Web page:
Last week, in a rare early mark (that is, only leaving an hour late) after an entire zoo of a week, I managed to get a seat on the bus, but my smug was short-lived as the lunatic driver (can they not hire anyone who can actually drive these days?) lurched to a sudden stopped and I had a seven kilo bag swung in my face at about 70kph (okay, maybe 5kg at 50kph, but still). It rang my bell good and hard. Damn nearly broke my nose and glasses and I saw stars and I though a smashed up noggin and nose that still feels stunned and squishy and not right was the worst of it. Although I felt ill, that’s nothing unusual given the overcrowded bus and bad driving of the madman behind the wheel. But when I tried to get off the bus, and for hilarity’s sake there was a cop car lurking on the corner, but clearly they must have had bigger fish to fry, I staggered, fell over several times, threw up all the way home and all night, and am still suffering the mad swirls five days later (and as for my 12 hour work day on Monday where I was not at all right but nevertheless left to manage a late running urgent media job, let us just shake our tender heads and say no more about it).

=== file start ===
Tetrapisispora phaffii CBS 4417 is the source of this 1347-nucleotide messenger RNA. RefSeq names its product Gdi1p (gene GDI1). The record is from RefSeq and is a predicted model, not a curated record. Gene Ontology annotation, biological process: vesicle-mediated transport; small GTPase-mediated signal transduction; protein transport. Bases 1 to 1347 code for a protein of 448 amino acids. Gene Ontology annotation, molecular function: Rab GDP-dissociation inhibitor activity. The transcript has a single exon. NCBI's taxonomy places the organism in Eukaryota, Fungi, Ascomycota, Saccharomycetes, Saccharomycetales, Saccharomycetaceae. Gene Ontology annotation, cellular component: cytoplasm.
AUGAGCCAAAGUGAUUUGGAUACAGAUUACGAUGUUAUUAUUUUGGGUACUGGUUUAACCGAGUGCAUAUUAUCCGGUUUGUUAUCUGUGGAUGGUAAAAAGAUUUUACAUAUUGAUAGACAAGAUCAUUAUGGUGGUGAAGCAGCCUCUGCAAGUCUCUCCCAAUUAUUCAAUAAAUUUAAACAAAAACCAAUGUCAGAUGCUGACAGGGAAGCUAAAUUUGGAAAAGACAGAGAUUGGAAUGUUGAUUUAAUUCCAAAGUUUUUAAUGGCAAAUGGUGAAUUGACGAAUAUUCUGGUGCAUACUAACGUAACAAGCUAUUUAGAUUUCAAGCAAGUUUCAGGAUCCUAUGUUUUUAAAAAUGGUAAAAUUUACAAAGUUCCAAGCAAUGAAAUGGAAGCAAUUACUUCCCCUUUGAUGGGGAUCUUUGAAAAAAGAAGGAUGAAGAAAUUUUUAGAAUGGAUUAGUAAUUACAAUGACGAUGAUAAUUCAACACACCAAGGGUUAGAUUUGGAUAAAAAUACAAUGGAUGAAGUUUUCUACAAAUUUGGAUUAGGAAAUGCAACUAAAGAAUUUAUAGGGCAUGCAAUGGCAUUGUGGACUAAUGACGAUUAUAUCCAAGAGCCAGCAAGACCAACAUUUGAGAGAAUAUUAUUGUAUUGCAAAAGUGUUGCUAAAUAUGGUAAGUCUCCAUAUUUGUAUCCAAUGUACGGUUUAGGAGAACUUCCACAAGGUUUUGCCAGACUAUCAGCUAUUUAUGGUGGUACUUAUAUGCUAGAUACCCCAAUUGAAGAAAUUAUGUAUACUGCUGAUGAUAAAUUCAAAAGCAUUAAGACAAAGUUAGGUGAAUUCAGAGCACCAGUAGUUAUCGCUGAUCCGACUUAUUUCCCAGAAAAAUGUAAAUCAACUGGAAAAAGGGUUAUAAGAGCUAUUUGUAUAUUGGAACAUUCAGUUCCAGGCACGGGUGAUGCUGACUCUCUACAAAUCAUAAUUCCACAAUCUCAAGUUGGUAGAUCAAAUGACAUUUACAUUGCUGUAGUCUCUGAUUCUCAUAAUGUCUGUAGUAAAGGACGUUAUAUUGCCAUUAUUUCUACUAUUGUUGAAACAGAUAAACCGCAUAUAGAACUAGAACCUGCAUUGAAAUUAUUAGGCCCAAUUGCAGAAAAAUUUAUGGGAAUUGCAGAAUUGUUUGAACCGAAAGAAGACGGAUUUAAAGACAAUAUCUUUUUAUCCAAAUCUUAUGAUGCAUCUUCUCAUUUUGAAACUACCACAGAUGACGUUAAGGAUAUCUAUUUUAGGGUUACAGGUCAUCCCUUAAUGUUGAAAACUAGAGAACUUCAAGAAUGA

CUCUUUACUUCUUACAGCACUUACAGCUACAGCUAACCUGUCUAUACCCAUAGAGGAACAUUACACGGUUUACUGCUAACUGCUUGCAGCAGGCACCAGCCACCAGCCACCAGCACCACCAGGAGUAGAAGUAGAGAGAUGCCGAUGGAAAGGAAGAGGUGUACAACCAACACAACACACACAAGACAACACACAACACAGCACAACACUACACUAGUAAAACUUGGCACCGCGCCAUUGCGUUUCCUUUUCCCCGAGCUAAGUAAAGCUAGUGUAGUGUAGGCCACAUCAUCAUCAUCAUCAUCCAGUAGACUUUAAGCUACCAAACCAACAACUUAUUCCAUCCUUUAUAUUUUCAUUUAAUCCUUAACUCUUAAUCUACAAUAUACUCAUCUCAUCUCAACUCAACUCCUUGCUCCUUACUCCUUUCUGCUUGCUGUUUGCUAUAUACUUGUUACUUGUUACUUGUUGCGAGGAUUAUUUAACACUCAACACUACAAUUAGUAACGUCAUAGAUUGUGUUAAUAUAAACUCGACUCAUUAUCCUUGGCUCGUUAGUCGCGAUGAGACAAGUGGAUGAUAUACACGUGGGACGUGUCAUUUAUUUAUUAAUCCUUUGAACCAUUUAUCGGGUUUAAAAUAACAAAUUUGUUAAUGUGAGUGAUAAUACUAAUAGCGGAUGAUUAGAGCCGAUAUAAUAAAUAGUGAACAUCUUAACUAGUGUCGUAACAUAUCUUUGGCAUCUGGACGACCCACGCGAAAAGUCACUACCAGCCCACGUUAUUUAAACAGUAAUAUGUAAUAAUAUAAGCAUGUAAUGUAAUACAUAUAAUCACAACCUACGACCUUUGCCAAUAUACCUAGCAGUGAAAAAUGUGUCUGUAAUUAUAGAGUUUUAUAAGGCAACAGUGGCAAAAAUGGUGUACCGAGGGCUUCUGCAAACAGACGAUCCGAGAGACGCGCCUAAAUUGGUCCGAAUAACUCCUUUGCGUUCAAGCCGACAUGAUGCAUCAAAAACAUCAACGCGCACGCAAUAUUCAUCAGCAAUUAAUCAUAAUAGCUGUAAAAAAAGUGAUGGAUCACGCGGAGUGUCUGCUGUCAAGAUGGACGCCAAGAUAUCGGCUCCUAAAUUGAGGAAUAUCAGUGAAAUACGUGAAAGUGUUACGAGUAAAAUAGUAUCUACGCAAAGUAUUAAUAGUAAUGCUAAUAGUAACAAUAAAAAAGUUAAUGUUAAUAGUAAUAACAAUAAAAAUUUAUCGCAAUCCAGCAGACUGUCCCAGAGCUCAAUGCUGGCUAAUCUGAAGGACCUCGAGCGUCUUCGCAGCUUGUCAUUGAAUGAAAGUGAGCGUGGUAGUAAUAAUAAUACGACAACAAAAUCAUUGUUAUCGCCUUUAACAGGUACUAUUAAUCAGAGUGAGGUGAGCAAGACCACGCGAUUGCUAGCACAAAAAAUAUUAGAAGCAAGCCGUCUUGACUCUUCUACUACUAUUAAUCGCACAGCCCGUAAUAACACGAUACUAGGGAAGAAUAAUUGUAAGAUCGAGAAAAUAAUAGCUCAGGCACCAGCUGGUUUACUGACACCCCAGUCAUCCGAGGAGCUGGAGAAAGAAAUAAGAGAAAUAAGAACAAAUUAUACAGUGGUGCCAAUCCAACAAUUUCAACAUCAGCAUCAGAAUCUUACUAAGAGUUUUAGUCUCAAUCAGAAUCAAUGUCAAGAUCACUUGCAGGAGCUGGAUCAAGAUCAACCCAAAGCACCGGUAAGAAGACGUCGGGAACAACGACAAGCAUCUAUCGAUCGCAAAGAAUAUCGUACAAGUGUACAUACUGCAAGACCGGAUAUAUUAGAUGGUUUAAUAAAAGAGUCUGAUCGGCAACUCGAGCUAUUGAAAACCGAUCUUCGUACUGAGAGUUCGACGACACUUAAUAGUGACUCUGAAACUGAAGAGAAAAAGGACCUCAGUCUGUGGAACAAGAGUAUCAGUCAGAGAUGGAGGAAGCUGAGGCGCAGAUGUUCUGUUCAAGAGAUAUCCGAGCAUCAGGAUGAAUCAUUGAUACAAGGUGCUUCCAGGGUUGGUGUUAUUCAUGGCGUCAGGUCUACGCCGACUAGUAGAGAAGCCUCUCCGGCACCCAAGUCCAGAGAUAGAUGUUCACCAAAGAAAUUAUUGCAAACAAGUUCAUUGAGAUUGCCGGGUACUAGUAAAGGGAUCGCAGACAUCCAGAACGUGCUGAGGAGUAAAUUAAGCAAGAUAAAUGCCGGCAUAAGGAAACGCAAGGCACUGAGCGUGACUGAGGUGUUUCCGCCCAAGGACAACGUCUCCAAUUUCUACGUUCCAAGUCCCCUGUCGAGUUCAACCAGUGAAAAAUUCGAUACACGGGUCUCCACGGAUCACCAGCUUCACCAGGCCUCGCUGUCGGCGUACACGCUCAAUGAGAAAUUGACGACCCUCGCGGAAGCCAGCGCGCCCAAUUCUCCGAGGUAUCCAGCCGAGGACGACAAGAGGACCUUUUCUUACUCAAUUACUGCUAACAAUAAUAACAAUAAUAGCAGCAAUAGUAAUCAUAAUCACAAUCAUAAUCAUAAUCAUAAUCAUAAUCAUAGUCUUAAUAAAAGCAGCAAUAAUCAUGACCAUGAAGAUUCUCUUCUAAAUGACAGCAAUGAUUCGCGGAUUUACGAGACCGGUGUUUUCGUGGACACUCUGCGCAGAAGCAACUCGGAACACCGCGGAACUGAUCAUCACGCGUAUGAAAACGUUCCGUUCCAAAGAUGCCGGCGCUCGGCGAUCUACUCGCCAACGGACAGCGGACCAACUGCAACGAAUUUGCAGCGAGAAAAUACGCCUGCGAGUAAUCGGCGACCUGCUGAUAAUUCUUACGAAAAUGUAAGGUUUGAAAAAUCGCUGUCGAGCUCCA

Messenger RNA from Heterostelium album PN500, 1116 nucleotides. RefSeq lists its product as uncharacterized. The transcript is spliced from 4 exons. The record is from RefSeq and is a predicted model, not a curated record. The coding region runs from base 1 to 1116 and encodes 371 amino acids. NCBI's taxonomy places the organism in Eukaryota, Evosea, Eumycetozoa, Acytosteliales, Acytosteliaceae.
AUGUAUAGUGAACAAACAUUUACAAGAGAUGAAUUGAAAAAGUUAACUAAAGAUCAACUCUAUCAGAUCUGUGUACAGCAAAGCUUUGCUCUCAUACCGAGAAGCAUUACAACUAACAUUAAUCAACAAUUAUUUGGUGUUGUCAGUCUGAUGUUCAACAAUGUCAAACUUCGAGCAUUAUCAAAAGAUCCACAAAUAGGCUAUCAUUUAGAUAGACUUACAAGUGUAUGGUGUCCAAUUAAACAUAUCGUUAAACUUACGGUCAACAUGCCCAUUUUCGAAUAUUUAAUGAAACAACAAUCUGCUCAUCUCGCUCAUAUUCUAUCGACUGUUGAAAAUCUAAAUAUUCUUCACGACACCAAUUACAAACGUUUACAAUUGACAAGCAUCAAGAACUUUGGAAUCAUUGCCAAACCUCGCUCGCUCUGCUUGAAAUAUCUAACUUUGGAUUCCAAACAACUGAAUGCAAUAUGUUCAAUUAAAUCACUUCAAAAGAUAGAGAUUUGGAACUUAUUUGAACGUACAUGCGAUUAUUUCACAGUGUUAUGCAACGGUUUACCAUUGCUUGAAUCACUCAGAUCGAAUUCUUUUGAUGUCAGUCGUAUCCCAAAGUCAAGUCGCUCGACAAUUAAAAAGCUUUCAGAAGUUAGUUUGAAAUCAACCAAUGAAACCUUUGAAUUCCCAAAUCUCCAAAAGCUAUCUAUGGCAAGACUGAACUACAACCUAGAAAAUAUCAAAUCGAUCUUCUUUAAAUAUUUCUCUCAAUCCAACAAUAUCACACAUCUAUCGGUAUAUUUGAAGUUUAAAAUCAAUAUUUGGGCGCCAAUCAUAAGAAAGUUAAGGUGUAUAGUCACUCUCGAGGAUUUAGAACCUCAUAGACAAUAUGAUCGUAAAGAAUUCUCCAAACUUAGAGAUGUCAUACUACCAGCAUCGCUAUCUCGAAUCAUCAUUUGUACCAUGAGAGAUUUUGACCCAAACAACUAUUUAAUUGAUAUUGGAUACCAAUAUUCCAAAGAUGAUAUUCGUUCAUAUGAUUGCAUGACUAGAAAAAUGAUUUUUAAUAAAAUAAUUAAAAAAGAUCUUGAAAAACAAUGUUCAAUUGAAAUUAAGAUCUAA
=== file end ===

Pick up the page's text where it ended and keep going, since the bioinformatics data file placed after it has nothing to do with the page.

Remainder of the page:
I’m fairly sure I’ve concussed the old noggin, which is weird because I’ve had my bell run before, but they copped me right on the spot, and so, not good. No, no medical attention, no money to do so, have to pay for flood damage and Himself’s bills. Yeah, well, if I keel over it won’t be my problem anymore (I’m really beginning to understand my father’s mindset, what he was thinking marrying that ludicrous fairy tale awful woman I’ll never know).

Meanwhile, speaking of always being smacked in the head, I finally finished Daredevil (there’s something to be said for a soaking wet Saturday and a complete inability to sit up, let alone stand up). I liked. I liked a lot. Typically, because either I’m a girl or weird or both, I liked Nelson Vs Murdock best, because of all the flashbacks to the buddy and sore tried bromance of Foggy and Matt. Reviews I’ve read have not been kind, and anyone who doesn’t get how betrayed Foggy is, and how for years he’s helped where he didn’t have to, how he was made an utter fool of, and lied to, well, clearly they’ve not had enough one-sided friendships to wince the way I did. Poor Foggy.

I also really like the way Foggy has been made less the 2D idiot sidekick, as he did suffer a rather dreadful case of the Watsons in previous versions (that is, as in some versions of Holmes and Watson where Watson is portrayed with an IQ of less than 70 and more likely to stick his foot in a bucket than find a clue – see Kate Beaton’s comic). So Foggy not being a legal idiot and having hurt feelings was a big improvement.